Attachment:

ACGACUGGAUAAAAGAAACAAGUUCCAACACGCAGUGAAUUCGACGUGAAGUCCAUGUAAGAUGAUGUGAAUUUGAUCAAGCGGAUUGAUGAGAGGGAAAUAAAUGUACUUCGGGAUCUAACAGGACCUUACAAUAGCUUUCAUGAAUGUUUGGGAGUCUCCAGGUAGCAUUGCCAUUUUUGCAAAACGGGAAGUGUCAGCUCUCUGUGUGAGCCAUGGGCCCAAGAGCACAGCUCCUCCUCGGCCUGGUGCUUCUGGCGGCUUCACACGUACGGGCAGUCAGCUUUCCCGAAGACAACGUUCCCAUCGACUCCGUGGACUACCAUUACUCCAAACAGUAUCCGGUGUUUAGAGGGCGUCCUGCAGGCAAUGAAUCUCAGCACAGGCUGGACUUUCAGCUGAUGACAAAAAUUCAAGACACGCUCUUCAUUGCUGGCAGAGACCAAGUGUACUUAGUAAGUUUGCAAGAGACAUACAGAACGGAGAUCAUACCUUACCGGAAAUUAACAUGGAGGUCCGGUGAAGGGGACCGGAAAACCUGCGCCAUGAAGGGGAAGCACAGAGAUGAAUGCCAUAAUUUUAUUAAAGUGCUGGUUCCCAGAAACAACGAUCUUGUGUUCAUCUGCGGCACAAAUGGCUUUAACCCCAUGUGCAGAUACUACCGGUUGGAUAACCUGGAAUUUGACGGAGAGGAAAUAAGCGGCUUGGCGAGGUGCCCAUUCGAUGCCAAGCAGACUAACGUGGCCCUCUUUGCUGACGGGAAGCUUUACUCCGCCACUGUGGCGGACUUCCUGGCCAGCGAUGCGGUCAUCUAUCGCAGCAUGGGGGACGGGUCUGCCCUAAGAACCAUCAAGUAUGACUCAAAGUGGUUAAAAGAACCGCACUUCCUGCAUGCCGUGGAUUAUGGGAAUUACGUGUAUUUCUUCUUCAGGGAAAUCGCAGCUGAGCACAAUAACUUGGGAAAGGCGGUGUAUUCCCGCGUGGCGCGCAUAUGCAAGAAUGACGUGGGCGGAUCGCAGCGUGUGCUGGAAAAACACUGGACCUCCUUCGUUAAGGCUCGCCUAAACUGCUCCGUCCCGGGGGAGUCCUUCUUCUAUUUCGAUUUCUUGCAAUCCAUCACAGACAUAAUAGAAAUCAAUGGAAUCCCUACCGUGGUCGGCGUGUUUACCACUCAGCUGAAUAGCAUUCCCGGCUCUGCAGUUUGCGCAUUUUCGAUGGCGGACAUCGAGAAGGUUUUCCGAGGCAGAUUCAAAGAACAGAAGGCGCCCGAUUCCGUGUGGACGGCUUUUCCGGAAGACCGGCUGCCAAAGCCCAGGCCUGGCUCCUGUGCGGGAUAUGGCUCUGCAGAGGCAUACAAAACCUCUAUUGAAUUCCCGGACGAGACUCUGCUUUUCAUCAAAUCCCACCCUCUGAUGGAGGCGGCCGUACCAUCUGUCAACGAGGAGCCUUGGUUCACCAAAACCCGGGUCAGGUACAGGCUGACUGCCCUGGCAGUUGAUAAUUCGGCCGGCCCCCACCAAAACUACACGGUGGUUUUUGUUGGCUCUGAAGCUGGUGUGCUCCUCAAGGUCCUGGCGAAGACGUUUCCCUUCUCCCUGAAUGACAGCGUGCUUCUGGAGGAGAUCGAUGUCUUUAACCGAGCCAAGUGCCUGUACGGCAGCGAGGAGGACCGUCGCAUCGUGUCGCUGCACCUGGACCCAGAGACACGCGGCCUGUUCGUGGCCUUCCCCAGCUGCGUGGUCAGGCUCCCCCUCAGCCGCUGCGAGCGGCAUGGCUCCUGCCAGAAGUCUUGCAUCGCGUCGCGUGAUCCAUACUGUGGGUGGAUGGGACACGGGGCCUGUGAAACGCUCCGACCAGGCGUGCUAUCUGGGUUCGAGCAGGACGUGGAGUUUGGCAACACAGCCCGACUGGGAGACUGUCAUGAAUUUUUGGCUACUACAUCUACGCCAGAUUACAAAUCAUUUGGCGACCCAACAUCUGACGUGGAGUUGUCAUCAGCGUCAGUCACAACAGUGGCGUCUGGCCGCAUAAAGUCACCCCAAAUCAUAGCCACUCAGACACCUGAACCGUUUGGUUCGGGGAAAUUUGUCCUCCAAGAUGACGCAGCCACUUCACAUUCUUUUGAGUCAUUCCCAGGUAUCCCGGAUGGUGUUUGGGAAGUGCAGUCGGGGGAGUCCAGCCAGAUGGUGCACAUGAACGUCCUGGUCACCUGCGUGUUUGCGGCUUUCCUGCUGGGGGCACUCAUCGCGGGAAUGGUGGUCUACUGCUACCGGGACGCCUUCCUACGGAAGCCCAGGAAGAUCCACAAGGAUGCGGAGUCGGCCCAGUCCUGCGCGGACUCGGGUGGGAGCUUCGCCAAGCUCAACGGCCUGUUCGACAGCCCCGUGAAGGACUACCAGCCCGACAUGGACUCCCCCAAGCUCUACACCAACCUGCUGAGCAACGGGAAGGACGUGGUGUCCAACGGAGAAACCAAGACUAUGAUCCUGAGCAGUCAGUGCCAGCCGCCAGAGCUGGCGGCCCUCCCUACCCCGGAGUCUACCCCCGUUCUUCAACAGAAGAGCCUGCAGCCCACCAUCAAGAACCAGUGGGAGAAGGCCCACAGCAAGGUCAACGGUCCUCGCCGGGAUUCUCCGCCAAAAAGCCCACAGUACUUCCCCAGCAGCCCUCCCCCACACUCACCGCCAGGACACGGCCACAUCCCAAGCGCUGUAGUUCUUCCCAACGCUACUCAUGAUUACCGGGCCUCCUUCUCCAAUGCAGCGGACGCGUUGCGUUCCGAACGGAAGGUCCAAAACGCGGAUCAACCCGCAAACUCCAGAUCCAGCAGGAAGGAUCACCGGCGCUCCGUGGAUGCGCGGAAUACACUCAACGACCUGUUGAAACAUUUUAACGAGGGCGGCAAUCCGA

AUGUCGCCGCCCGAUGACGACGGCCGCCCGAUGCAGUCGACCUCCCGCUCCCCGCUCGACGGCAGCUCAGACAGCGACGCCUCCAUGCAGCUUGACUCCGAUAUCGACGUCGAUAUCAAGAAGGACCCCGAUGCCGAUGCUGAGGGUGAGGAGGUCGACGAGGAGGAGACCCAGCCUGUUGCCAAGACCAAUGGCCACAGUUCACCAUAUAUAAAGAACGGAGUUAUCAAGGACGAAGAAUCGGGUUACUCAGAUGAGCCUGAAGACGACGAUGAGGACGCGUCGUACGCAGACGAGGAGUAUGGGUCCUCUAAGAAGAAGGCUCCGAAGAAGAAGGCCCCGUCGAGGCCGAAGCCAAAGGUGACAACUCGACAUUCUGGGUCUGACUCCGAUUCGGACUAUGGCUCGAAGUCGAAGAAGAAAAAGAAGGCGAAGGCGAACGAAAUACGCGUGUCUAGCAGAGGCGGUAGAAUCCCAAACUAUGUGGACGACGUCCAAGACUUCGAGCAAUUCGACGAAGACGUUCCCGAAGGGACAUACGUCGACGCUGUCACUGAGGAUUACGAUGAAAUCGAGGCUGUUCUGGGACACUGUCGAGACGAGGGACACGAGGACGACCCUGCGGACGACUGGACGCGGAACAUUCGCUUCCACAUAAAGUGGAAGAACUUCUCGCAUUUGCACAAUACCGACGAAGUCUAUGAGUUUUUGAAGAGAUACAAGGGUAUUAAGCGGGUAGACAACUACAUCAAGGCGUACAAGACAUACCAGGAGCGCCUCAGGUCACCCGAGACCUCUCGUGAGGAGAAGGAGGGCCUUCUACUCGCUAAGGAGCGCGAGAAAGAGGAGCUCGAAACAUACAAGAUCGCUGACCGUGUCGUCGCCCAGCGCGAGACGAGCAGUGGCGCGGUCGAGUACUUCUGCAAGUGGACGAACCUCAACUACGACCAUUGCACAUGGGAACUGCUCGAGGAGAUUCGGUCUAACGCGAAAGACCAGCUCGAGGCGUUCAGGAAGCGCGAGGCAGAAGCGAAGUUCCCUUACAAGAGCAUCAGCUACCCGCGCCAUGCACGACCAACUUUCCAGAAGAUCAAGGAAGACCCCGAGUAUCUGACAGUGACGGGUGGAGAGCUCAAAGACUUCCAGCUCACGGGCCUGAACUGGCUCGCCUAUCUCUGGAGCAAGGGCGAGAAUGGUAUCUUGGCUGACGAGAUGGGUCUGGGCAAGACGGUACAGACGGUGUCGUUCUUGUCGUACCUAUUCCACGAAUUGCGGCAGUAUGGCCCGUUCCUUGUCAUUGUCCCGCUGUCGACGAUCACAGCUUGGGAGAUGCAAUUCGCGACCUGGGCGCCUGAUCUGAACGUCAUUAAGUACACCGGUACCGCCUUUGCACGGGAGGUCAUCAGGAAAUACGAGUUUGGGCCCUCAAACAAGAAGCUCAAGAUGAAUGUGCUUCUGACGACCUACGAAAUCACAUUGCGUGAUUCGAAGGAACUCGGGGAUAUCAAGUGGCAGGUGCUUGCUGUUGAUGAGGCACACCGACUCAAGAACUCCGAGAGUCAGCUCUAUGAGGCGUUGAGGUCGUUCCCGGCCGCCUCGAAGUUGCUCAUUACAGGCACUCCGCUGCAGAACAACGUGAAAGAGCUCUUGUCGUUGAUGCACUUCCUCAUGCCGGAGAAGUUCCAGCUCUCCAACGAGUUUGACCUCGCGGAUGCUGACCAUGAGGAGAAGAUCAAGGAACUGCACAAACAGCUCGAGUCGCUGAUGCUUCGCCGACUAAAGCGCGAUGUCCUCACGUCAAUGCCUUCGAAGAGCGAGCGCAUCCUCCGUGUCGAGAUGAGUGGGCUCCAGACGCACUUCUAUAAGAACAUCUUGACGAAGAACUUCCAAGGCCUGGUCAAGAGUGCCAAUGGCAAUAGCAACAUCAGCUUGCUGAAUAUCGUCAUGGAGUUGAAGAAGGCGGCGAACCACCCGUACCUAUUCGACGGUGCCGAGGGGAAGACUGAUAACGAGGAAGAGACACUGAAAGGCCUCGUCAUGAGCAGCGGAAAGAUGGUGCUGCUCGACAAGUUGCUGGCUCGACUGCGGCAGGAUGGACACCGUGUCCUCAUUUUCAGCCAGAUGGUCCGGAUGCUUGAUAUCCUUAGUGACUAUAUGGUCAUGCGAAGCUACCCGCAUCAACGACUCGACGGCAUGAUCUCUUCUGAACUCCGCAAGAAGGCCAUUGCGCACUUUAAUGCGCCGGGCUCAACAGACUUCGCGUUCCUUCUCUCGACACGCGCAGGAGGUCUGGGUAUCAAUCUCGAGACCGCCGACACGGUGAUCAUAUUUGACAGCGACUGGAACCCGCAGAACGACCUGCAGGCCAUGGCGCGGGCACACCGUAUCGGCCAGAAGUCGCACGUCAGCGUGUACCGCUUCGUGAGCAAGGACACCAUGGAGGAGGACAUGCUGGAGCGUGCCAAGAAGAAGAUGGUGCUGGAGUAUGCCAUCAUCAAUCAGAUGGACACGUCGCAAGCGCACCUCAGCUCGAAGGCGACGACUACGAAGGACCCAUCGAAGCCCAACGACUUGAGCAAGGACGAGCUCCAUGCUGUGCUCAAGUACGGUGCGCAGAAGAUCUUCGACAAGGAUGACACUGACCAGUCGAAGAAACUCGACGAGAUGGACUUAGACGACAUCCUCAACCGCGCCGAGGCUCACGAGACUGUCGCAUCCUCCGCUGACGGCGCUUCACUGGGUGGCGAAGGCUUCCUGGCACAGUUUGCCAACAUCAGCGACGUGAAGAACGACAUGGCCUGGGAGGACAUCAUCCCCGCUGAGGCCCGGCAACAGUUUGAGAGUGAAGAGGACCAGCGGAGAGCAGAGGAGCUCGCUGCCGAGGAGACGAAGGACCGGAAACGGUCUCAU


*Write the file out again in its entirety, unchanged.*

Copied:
ACGACUGGAUAAAAGAAACAAGUUCCAACACGCAGUGAAUUCGACGUGAAGUCCAUGUAAGAUGAUGUGAAUUUGAUCAAGCGGAUUGAUGAGAGGGAAAUAAAUGUACUUCGGGAUCUAACAGGACCUUACAAUAGCUUUCAUGAAUGUUUGGGAGUCUCCAGGUAGCAUUGCCAUUUUUGCAAAACGGGAAGUGUCAGCUCUCUGUGUGAGCCAUGGGCCCAAGAGCACAGCUCCUCCUCGGCCUGGUGCUUCUGGCGGCUUCACACGUACGGGCAGUCAGCUUUCCCGAAGACAACGUUCCCAUCGACUCCGUGGACUACCAUUACUCCAAACAGUAUCCGGUGUUUAGAGGGCGUCCUGCAGGCAAUGAAUCUCAGCACAGGCUGGACUUUCAGCUGAUGACAAAAAUUCAAGACACGCUCUUCAUUGCUGGCAGAGACCAAGUGUACUUAGUAAGUUUGCAAGAGACAUACAGAACGGAGAUCAUACCUUACCGGAAAUUAACAUGGAGGUCCGGUGAAGGGGACCGGAAAACCUGCGCCAUGAAGGGGAAGCACAGAGAUGAAUGCCAUAAUUUUAUUAAAGUGCUGGUUCCCAGAAACAACGAUCUUGUGUUCAUCUGCGGCACAAAUGGCUUUAACCCCAUGUGCAGAUACUACCGGUUGGAUAACCUGGAAUUUGACGGAGAGGAAAUAAGCGGCUUGGCGAGGUGCCCAUUCGAUGCCAAGCAGACUAACGUGGCCCUCUUUGCUGACGGGAAGCUUUACUCCGCCACUGUGGCGGACUUCCUGGCCAGCGAUGCGGUCAUCUAUCGCAGCAUGGGGGACGGGUCUGCCCUAAGAACCAUCAAGUAUGACUCAAAGUGGUUAAAAGAACCGCACUUCCUGCAUGCCGUGGAUUAUGGGAAUUACGUGUAUUUCUUCUUCAGGGAAAUCGCAGCUGAGCACAAUAACUUGGGAAAGGCGGUGUAUUCCCGCGUGGCGCGCAUAUGCAAGAAUGACGUGGGCGGAUCGCAGCGUGUGCUGGAAAAACACUGGACCUCCUUCGUUAAGGCUCGCCUAAACUGCUCCGUCCCGGGGGAGUCCUUCUUCUAUUUCGAUUUCUUGCAAUCCAUCACAGACAUAAUAGAAAUCAAUGGAAUCCCUACCGUGGUCGGCGUGUUUACCACUCAGCUGAAUAGCAUUCCCGGCUCUGCAGUUUGCGCAUUUUCGAUGGCGGACAUCGAGAAGGUUUUCCGAGGCAGAUUCAAAGAACAGAAGGCGCCCGAUUCCGUGUGGACGGCUUUUCCGGAAGACCGGCUGCCAAAGCCCAGGCCUGGCUCCUGUGCGGGAUAUGGCUCUGCAGAGGCAUACAAAACCUCUAUUGAAUUCCCGGACGAGACUCUGCUUUUCAUCAAAUCCCACCCUCUGAUGGAGGCGGCCGUACCAUCUGUCAACGAGGAGCCUUGGUUCACCAAAACCCGGGUCAGGUACAGGCUGACUGCCCUGGCAGUUGAUAAUUCGGCCGGCCCCCACCAAAACUACACGGUGGUUUUUGUUGGCUCUGAAGCUGGUGUGCUCCUCAAGGUCCUGGCGAAGACGUUUCCCUUCUCCCUGAAUGACAGCGUGCUUCUGGAGGAGAUCGAUGUCUUUAACCGAGCCAAGUGCCUGUACGGCAGCGAGGAGGACCGUCGCAUCGUGUCGCUGCACCUGGACCCAGAGACACGCGGCCUGUUCGUGGCCUUCCCCAGCUGCGUGGUCAGGCUCCCCCUCAGCCGCUGCGAGCGGCAUGGCUCCUGCCAGAAGUCUUGCAUCGCGUCGCGUGAUCCAUACUGUGGGUGGAUGGGACACGGGGCCUGUGAAACGCUCCGACCAGGCGUGCUAUCUGGGUUCGAGCAGGACGUGGAGUUUGGCAACACAGCCCGACUGGGAGACUGUCAUGAAUUUUUGGCUACUACAUCUACGCCAGAUUACAAAUCAUUUGGCGACCCAACAUCUGACGUGGAGUUGUCAUCAGCGUCAGUCACAACAGUGGCGUCUGGCCGCAUAAAGUCACCCCAAAUCAUAGCCACUCAGACACCUGAACCGUUUGGUUCGGGGAAAUUUGUCCUCCAAGAUGACGCAGCCACUUCACAUUCUUUUGAGUCAUUCCCAGGUAUCCCGGAUGGUGUUUGGGAAGUGCAGUCGGGGGAGUCCAGCCAGAUGGUGCACAUGAACGUCCUGGUCACCUGCGUGUUUGCGGCUUUCCUGCUGGGGGCACUCAUCGCGGGAAUGGUGGUCUACUGCUACCGGGACGCCUUCCUACGGAAGCCCAGGAAGAUCCACAAGGAUGCGGAGUCGGCCCAGUCCUGCGCGGACUCGGGUGGGAGCUUCGCCAAGCUCAACGGCCUGUUCGACAGCCCCGUGAAGGACUACCAGCCCGACAUGGACUCCCCCAAGCUCUACACCAACCUGCUGAGCAACGGGAAGGACGUGGUGUCCAACGGAGAAACCAAGACUAUGAUCCUGAGCAGUCAGUGCCAGCCGCCAGAGCUGGCGGCCCUCCCUACCCCGGAGUCUACCCCCGUUCUUCAACAGAAGAGCCUGCAGCCCACCAUCAAGAACCAGUGGGAGAAGGCCCACAGCAAGGUCAACGGUCCUCGCCGGGAUUCUCCGCCAAAAAGCCCACAGUACUUCCCCAGCAGCCCUCCCCCACACUCACCGCCAGGACACGGCCACAUCCCAAGCGCUGUAGUUCUUCCCAACGCUACUCAUGAUUACCGGGCCUCCUUCUCCAAUGCAGCGGACGCGUUGCGUUCCGAACGGAAGGUCCAAAACGCGGAUCAACCCGCAAACUCCAGAUCCAGCAGGAAGGAUCACCGGCGCUCCGUGGAUGCGCGGAAUACACUCAACGACCUGUUGAAACAUUUUAACGAGGGCGGCAAUCCGA

AUGUCGCCGCCCGAUGACGACGGCCGCCCGAUGCAGUCGACCUCCCGCUCCCCGCUCGACGGCAGCUCAGACAGCGACGCCUCCAUGCAGCUUGACUCCGAUAUCGACGUCGAUAUCAAGAAGGACCCCGAUGCCGAUGCUGAGGGUGAGGAGGUCGACGAGGAGGAGACCCAGCCUGUUGCCAAGACCAAUGGCCACAGUUCACCAUAUAUAAAGAACGGAGUUAUCAAGGACGAAGAAUCGGGUUACUCAGAUGAGCCUGAAGACGACGAUGAGGACGCGUCGUACGCAGACGAGGAGUAUGGGUCCUCUAAGAAGAAGGCUCCGAAGAAGAAGGCCCCGUCGAGGCCGAAGCCAAAGGUGACAACUCGACAUUCUGGGUCUGACUCCGAUUCGGACUAUGGCUCGAAGUCGAAGAAGAAAAAGAAGGCGAAGGCGAACGAAAUACGCGUGUCUAGCAGAGGCGGUAGAAUCCCAAACUAUGUGGACGACGUCCAAGACUUCGAGCAAUUCGACGAAGACGUUCCCGAAGGGACAUACGUCGACGCUGUCACUGAGGAUUACGAUGAAAUCGAGGCUGUUCUGGGACACUGUCGAGACGAGGGACACGAGGACGACCCUGCGGACGACUGGACGCGGAACAUUCGCUUCCACAUAAAGUGGAAGAACUUCUCGCAUUUGCACAAUACCGACGAAGUCUAUGAGUUUUUGAAGAGAUACAAGGGUAUUAAGCGGGUAGACAACUACAUCAAGGCGUACAAGACAUACCAGGAGCGCCUCAGGUCACCCGAGACCUCUCGUGAGGAGAAGGAGGGCCUUCUACUCGCUAAGGAGCGCGAGAAAGAGGAGCUCGAAACAUACAAGAUCGCUGACCGUGUCGUCGCCCAGCGCGAGACGAGCAGUGGCGCGGUCGAGUACUUCUGCAAGUGGACGAACCUCAACUACGACCAUUGCACAUGGGAACUGCUCGAGGAGAUUCGGUCUAACGCGAAAGACCAGCUCGAGGCGUUCAGGAAGCGCGAGGCAGAAGCGAAGUUCCCUUACAAGAGCAUCAGCUACCCGCGCCAUGCACGACCAACUUUCCAGAAGAUCAAGGAAGACCCCGAGUAUCUGACAGUGACGGGUGGAGAGCUCAAAGACUUCCAGCUCACGGGCCUGAACUGGCUCGCCUAUCUCUGGAGCAAGGGCGAGAAUGGUAUCUUGGCUGACGAGAUGGGUCUGGGCAAGACGGUACAGACGGUGUCGUUCUUGUCGUACCUAUUCCACGAAUUGCGGCAGUAUGGCCCGUUCCUUGUCAUUGUCCCGCUGUCGACGAUCACAGCUUGGGAGAUGCAAUUCGCGACCUGGGCGCCUGAUCUGAACGUCAUUAAGUACACCGGUACCGCCUUUGCACGGGAGGUCAUCAGGAAAUACGAGUUUGGGCCCUCAAACAAGAAGCUCAAGAUGAAUGUGCUUCUGACGACCUACGAAAUCACAUUGCGUGAUUCGAAGGAACUCGGGGAUAUCAAGUGGCAGGUGCUUGCUGUUGAUGAGGCACACCGACUCAAGAACUCCGAGAGUCAGCUCUAUGAGGCGUUGAGGUCGUUCCCGGCCGCCUCGAAGUUGCUCAUUACAGGCACUCCGCUGCAGAACAACGUGAAAGAGCUCUUGUCGUUGAUGCACUUCCUCAUGCCGGAGAAGUUCCAGCUCUCCAACGAGUUUGACCUCGCGGAUGCUGACCAUGAGGAGAAGAUCAAGGAACUGCACAAACAGCUCGAGUCGCUGAUGCUUCGCCGACUAAAGCGCGAUGUCCUCACGUCAAUGCCUUCGAAGAGCGAGCGCAUCCUCCGUGUCGAGAUGAGUGGGCUCCAGACGCACUUCUAUAAGAACAUCUUGACGAAGAACUUCCAAGGCCUGGUCAAGAGUGCCAAUGGCAAUAGCAACAUCAGCUUGCUGAAUAUCGUCAUGGAGUUGAAGAAGGCGGCGAACCACCCGUACCUAUUCGACGGUGCCGAGGGGAAGACUGAUAACGAGGAAGAGACACUGAAAGGCCUCGUCAUGAGCAGCGGAAAGAUGGUGCUGCUCGACAAGUUGCUGGCUCGACUGCGGCAGGAUGGACACCGUGUCCUCAUUUUCAGCCAGAUGGUCCGGAUGCUUGAUAUCCUUAGUGACUAUAUGGUCAUGCGAAGCUACCCGCAUCAACGACUCGACGGCAUGAUCUCUUCUGAACUCCGCAAGAAGGCCAUUGCGCACUUUAAUGCGCCGGGCUCAACAGACUUCGCGUUCCUUCUCUCGACACGCGCAGGAGGUCUGGGUAUCAAUCUCGAGACCGCCGACACGGUGAUCAUAUUUGACAGCGACUGGAACCCGCAGAACGACCUGCAGGCCAUGGCGCGGGCACACCGUAUCGGCCAGAAGUCGCACGUCAGCGUGUACCGCUUCGUGAGCAAGGACACCAUGGAGGAGGACAUGCUGGAGCGUGCCAAGAAGAAGAUGGUGCUGGAGUAUGCCAUCAUCAAUCAGAUGGACACGUCGCAAGCGCACCUCAGCUCGAAGGCGACGACUACGAAGGACCCAUCGAAGCCCAACGACUUGAGCAAGGACGAGCUCCAUGCUGUGCUCAAGUACGGUGCGCAGAAGAUCUUCGACAAGGAUGACACUGACCAGUCGAAGAAACUCGACGAGAUGGACUUAGACGACAUCCUCAACCGCGCCGAGGCUCACGAGACUGUCGCAUCCUCCGCUGACGGCGCUUCACUGGGUGGCGAAGGCUUCCUGGCACAGUUUGCCAACAUCAGCGACGUGAAGAACGACAUGGCCUGGGAGGACAUCAUCCCCGCUGAGGCCCGGCAACAGUUUGAGAGUGAAGAGGACCAGCGGAGAGCAGAGGAGCUCGCUGCCGAGGAGACGAAGGACCGGAAACGGUCUCAU